Who owns a sports team? That is clear enough: the owner who bought it. He can do with it whatever he likes in accord with the policies of the league — i.e., the rules that all the owners establish together.
But to whom does a team belong? A team belongs to more than just its owner. It belongs in a sense to its supporters, most especially those who buy the tickets and, increasingly, the taxpayers who provide lavish subsidies for the team’s facilities. It belongs to the wider community, too. No one throws a parade when ABC Widget Company has a record year; but entire cities celebrate sports championships. Continue reading
With the 50th anniversary of the opening of the Second Vatican Council less than two weeks away (Oct. 11), the old lions of the council are getting ready to roar once again.
As a young priest, Pope Benedict XVI was at the council as a theological advisor, or peritus. As Pope he has made the proper interpretation of the council a key part of his teaching, and declared a Year of Faith to begin on Oct. 11, asking the Church to rediscover the riches of the council in light of the demands of the new evangelization. Continue reading
Mark Steyn, as National Post readers have long known, gets to the point rather more devilishly than most. Apropos of the violent attacks on various American embassies across the Muslim world, he asked, “O say, does that star spangled banner yet wave?”
Not in Tunis, Steyn observed, where the mob entered the embassy, lowered the American flag, burned it and ran the Islamic shahada flag up the pole instead. Francis Scott Key wrote his lines about the stars and stripes being glimpsed by the rocket’s red glare during the Battle of Baltimore, on Sept. 14, 1814; there was proof through the night that the flag was still there. Last Friday — 198 years to the day later — the shahada flag was flying o’er the ramparts of the Tunisian compound. Continue reading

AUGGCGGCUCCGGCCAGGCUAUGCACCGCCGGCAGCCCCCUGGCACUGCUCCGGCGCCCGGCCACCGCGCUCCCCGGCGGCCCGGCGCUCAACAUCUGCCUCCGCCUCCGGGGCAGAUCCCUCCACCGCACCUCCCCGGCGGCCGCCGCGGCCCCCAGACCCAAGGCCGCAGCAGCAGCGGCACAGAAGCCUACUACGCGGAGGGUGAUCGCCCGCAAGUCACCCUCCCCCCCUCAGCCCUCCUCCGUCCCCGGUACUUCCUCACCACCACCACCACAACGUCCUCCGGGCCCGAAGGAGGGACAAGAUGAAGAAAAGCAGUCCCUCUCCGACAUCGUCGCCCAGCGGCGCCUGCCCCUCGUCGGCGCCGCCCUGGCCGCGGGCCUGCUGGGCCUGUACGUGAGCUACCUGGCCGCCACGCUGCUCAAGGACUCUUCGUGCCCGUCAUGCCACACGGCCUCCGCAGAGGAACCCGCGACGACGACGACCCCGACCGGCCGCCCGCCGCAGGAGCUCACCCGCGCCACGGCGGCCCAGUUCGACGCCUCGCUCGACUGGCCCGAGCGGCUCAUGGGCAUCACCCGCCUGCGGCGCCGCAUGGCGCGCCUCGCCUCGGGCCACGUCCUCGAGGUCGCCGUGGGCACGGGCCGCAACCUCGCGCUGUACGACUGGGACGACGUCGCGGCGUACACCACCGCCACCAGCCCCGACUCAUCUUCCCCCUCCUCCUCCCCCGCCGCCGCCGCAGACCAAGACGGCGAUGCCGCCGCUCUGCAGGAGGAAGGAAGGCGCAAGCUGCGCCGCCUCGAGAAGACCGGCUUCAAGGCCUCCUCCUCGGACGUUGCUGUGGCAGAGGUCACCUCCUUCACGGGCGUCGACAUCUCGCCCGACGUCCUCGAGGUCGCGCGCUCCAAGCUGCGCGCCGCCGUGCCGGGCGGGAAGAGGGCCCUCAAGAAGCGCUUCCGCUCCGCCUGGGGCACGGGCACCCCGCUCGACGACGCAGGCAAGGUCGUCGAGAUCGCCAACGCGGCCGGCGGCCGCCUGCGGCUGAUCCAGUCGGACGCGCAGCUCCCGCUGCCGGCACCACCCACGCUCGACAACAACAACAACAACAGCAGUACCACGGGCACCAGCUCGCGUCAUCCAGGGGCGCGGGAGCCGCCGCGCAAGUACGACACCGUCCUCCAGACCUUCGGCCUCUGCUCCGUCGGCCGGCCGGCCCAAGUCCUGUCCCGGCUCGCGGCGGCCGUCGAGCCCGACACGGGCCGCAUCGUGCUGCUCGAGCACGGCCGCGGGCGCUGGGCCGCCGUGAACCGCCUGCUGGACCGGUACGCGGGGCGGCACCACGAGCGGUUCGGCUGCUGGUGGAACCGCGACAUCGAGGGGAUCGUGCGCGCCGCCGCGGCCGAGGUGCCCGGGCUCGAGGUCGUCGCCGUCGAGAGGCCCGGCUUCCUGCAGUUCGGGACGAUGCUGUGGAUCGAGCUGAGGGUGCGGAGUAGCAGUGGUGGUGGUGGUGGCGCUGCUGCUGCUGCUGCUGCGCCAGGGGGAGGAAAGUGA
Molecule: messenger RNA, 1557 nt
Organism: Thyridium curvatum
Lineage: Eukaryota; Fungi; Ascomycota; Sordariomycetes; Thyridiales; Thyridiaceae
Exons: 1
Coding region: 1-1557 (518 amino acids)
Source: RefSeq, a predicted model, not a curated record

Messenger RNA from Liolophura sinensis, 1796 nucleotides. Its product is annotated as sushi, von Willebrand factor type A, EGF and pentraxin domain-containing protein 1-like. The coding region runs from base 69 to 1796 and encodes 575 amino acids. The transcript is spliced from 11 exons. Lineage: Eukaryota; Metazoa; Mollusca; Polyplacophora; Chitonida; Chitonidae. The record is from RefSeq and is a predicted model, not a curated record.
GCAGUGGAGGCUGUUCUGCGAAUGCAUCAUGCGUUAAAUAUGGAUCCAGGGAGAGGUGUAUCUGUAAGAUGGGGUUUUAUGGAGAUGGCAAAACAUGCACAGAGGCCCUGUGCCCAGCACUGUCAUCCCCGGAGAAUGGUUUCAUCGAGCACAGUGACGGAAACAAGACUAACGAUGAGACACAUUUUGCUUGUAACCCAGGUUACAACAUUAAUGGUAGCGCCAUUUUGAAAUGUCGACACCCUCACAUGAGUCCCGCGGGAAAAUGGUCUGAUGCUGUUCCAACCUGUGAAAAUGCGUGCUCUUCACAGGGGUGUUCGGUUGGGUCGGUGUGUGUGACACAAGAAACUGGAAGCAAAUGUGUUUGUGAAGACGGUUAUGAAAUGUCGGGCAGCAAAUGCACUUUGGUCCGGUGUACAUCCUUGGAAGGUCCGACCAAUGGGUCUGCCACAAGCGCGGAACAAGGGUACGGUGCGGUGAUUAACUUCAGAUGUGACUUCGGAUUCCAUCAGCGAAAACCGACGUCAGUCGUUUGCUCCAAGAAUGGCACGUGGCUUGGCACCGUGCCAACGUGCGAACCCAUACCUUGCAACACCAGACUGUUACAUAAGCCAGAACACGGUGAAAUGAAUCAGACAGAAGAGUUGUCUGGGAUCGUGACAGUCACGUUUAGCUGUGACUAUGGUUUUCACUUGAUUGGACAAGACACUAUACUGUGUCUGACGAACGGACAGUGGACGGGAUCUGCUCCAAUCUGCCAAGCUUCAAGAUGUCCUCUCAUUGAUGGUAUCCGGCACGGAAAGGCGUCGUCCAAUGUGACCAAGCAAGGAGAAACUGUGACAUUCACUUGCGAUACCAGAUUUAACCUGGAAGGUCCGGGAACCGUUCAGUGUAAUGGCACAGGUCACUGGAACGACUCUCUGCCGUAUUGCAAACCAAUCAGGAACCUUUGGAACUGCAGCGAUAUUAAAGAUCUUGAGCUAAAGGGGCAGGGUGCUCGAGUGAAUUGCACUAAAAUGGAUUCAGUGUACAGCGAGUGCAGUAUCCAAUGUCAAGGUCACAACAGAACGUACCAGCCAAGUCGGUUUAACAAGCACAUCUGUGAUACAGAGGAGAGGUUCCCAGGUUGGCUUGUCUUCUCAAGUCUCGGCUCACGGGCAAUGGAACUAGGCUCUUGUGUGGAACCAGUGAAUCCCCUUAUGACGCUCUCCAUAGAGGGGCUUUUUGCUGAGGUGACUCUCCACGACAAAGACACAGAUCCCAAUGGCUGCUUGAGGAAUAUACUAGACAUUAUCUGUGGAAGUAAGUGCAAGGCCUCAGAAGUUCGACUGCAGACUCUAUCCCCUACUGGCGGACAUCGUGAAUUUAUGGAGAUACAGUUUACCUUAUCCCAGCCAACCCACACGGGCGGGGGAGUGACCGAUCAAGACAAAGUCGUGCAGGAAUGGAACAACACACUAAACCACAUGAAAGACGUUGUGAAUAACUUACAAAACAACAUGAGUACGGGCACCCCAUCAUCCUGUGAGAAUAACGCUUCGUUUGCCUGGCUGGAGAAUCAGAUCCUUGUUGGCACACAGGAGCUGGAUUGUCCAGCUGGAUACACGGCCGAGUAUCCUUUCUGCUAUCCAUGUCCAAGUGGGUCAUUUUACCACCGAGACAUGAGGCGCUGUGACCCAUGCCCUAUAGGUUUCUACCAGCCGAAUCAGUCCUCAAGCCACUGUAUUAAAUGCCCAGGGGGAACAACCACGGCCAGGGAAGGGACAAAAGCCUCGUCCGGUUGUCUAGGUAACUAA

That Stephen Colbert tells jokes is not news — he is a late-night TV comedian. That Cardinal Timothy Dolan of New York loves a good laugh is even less news — he is, after all, Timothy Dolan.
That they told jokes together, and reflected upon humour in the life of Catholic disciples, was news. They did so before 3,000 enthusiastic students at Fordham, the Jesuit university in the Bronx. The Sept. 14 encounter was not recorded or broadcast because Stephen Colbert never appears on stage outside of his eponymous character, who is both a satirical wit and a self-aggrandizing buffoon. But for this occasion, Colbert appeared as himself, and commented upon the role of humour in the life of faith. By all accounts, the two brought the house down in a dramatic refutation of what Billy Joel sang almost 40 years ago, namely that he would rather “laugh with the sinners than cry with the saints.” Continue reading
– in Washington, D.C. –
On Tuesday, the American ambassador to Libya was killed, along with three colleagues, by a mob aggrieved by the West’s treatment of Islam. The proximate cause this time was a film. Six years ago yesterday the cause was Pope Benedict’s courageous address at Regensburg. Eleven years ago, on the original 9/11, it was American troops in Saudi Arabia, or the loss of Andalusia in 1492. Continue reading